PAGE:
Monday, January 27, 2014

Nissan Skyline R32 GT-R (1989–94)

The four-wheel drive, 2-door R32 was the third generation of the Skyline GT-R. Although officially it was stated as producing 276 hp, in reality the 2.6 L RB26DETT I6 engine in the R32 GT-R could produce 320 hp and was capable of 500 hp in racing trim. 0–100 km/h took 4.7 seconds and quarter mile in 12.8 seconds. Intended to be used for Group A racing, the design specification of the R32 GT-R was drawn up in conjunction with a copy of the Group A rules. It beat the Nürburgring production car record at the time set by a Porsche 944. 

In Japan, the R32 GT-R dominated Japanese Touring Car Championship (JTCC), winning 29 races from 29 starts, taking the series title every year from 1989 to 1993. It took 50 races from 50 starts from 1991 to 1997 in the N1 Super Taikyu. Further winnings at the Australian Touring Car Championship led to the Australian motoring press nicknaming the car Godzilla due to it being a "monster from Japan". When originally designed, the homologation rulebook mandated 16-inch wheels. A later change in rules allowed 17-inch wheels.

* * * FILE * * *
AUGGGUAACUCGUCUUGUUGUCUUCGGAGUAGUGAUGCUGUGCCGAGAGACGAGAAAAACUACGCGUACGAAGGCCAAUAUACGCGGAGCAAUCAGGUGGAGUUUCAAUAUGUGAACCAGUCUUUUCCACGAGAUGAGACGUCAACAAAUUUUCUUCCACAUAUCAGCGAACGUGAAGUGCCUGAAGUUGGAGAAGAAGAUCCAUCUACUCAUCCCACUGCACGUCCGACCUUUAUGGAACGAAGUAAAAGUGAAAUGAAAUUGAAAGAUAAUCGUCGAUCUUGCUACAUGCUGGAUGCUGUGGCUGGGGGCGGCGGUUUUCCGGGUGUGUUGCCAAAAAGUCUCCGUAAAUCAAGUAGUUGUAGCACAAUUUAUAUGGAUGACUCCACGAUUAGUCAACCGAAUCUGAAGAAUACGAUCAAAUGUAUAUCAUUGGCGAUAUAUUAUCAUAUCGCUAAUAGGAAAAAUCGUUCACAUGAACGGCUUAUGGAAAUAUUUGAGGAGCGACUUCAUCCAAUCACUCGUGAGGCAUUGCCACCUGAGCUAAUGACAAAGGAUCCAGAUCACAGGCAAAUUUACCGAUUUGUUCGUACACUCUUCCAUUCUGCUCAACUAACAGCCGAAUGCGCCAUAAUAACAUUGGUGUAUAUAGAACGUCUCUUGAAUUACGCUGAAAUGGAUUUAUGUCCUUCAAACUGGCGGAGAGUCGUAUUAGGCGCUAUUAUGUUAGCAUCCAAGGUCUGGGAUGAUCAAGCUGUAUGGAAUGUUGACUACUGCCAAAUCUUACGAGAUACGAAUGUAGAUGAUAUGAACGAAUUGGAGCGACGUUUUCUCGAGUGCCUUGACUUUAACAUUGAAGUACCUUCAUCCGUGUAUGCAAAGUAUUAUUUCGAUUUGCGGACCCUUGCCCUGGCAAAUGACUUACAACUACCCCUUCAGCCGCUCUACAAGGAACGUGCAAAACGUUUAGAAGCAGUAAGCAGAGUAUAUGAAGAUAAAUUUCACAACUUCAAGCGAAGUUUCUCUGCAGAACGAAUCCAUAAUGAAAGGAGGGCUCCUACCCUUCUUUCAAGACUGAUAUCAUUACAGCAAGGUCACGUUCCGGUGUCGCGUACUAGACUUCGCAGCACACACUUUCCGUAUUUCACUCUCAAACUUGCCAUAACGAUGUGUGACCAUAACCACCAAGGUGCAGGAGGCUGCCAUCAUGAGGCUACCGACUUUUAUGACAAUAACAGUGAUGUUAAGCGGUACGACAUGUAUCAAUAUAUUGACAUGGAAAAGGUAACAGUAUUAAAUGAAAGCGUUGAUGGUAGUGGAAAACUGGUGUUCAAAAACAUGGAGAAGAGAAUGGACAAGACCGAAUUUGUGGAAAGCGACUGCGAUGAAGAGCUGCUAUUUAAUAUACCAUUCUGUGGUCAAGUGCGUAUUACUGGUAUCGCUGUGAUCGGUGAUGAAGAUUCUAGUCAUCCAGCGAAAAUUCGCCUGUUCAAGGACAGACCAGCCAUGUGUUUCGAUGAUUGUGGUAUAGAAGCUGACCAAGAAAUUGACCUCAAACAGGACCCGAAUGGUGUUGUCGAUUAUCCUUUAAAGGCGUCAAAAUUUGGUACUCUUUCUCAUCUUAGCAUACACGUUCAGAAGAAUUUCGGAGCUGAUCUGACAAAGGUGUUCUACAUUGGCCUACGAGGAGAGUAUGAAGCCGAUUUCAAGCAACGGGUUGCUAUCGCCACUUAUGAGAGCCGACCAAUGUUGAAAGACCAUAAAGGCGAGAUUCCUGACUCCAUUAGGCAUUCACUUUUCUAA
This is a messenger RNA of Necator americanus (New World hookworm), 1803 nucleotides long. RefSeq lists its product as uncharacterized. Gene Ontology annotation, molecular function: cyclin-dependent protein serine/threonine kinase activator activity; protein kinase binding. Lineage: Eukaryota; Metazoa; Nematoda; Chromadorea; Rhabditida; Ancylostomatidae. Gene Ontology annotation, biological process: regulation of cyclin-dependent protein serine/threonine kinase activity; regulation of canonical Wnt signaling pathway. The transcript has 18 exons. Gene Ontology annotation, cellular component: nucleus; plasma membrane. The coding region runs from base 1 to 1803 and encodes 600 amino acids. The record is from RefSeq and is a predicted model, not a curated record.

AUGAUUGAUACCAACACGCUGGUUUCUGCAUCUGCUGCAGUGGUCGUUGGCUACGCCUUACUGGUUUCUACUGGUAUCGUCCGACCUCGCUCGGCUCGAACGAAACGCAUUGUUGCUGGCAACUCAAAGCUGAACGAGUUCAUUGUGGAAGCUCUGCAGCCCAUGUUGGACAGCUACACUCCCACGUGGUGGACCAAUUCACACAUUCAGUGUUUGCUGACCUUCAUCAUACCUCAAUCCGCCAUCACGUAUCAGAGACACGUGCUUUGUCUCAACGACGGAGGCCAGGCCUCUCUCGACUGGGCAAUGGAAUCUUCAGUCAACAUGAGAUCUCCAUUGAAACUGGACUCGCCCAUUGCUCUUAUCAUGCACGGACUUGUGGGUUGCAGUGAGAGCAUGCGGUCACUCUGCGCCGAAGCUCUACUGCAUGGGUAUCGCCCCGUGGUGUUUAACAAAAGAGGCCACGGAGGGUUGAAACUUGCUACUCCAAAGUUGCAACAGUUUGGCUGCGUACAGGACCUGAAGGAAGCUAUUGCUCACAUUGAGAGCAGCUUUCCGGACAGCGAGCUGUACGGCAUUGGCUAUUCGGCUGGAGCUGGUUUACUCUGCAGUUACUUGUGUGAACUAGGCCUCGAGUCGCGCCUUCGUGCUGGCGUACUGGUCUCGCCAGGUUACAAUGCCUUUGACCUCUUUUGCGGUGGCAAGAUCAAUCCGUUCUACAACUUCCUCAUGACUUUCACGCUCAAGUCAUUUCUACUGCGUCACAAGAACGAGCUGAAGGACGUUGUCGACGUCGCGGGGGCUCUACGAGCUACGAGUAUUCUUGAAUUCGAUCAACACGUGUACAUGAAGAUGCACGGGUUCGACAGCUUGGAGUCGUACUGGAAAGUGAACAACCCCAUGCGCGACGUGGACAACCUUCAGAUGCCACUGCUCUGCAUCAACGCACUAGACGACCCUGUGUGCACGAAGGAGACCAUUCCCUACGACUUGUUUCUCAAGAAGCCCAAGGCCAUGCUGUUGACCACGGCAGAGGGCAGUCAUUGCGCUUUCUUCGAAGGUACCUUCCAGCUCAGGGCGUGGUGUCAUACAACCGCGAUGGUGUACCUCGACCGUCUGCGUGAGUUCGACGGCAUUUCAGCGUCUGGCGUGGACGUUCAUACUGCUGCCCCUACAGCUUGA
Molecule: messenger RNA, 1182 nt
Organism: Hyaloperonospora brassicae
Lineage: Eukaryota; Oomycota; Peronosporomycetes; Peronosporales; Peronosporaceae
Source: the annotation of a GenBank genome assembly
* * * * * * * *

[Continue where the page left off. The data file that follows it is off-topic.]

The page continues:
There were also the NISMO, N1, V-Spec, and V-Spec II variants of the R32 GT-R. The Nismo Skyline GT-R is a limited (500 street, 60 racing) version of Nissan Skyline with Nissan RB engine with twin ceramic turbochargers rated 276 hp at 6,800 rpm and 353 N·m (260 lb·ft) at 4,400 rpm, all-wheel steering, electronically controlled four-wheel drive. (wikipedia)

Update 2015: In the USA, The 25-year rule was initially introduced in 1988 to combat foreign cars that may not meet American crash tests, safety standards, and acceptable emission levels from using public highways in North America. The import ruling means that cars are finally exempt from strict US import guidelines after 25 years, meaning US collectors are finally able to buy, own and drive non federalised classic cars legally on American soil for the first time. As a result, demand for the Nissan Skyline R32, the first examples of which went on sale in August 1989, apparently has gone through the roof. (classicandperformancecar.com)






























































(Photos from flickr.com, speedhunters.com & roadandtrack.com)




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